Delegates also heard case studies from Boomers and Swingers, Top Golf and Community Golf CIC.

What next? For the immediate future a #MoreThanGolf LinkedIn group has started to create a network of golf innovators and entrepreneurs.

Nelson elects first woman president

GOLF continues to break down barriers and old perceptions about the sport with one Lancashire club electing its first woman president.

Nelson president.jpg

Lynn Hepworth (pictured) took over the role at Nelson following a recent annual meeting and she will lead the club through an exciting phase in its 115-year history as it looks to create a modern approach to looking after members, attracting new players and developing the 18-hole course.

She is a fantastic example of how you are never too old to take on a new challenge in life.

Lynn said: “I was a very keen tennis player until a serious back injury in my late 50s stopped me from being able to run and change direction quickly, which put a stop to me playing.
“I was presented with a set of golf clubs for my 60th birthday and told to go and learn how to play. I booked a course of lessons, fell in love with the game, and joined Nelson in 2008.

“I am a firm believer that one is never too old to take up something new. All you need is a bit of determination and a healthy acceptance of the fact that, unlike juniors who just seem to get better and better with time, some days my golf will be better than others!

“But it is a great way to keep active and have a super social life.”

Lynn, who was a teacher for 40 years, said: “We have a super Ladies section, and they have been very supportive in my early days over things like playing in competitions, rules and etiquette. I was very proud to be elected Lady Captain in 2014 and Vice President in 2015 – and am looking forward to some exciting times for the club.”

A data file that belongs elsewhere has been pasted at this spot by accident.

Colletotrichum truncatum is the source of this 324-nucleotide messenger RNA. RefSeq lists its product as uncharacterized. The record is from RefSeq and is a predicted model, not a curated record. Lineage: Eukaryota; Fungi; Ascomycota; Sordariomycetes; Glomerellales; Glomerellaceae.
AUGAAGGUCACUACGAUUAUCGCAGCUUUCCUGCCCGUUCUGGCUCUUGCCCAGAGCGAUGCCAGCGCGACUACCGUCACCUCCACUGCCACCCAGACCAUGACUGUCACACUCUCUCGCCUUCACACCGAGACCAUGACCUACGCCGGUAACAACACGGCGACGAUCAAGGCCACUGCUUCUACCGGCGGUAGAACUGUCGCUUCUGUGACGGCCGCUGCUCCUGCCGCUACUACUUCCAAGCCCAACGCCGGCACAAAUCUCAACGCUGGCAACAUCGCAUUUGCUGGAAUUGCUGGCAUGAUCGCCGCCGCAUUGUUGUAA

The club is an enthusiastic supporter of the National Get into golf campaign and is offering a three-month trial membership scheme for people interested in giving golf a go.

Lessons with the club’s PGA professional Sam Punchard are included – and the club even offers sets of clubs to borrow to help make it even easier to start playing.

Club mentors also help newcomers feel at home both on and off the course.

And there’s a special free taster session on June 16, from 6pm-8pm, with Punchard offering tips and advice. It is hoped to be the first in a series of monthly events across the summer.

The club has embraced a wide-ranging approach to promoting the event including using social media as well as a leaflet drop in the surrounding area at places ranging from schools, to gyms and hairdressers.

It is actively looking to build its junior section further, following the success of last year’s free summer camps, which it hopes to repeat, along with creating links with local schools and community groups. The course recently hosted the Lancashire County Boys’ Championships as part of its commitment to junior golf.

The club has also introduced a new Membership and Marketing Committee, under the chairmanship of Phil Wright, which aims to raise awareness of the club in the local community as well as improving the member experience and lines of communication within the club.

Debbie Barber, development officer for the Lancashire Golf Development Group, said: “It is great to see a club like Nelson proving that the old images of golf are changing fast. They are taking a proactive and modern approach to looking after their members in the right way and attracting new players of all ages.

Get into golf opportunities include FREE taster sessions and low-cost beginner courses with PGA professionals. They are a fun and sociable way to start golf – and a great way to make new friends.

To find your nearest centre visit and look at the activity map or call 0800 118 2766

You can follow Get into golf on Twitter or on Facebook at



Take four! Cheshire girl’s a real Bel-ter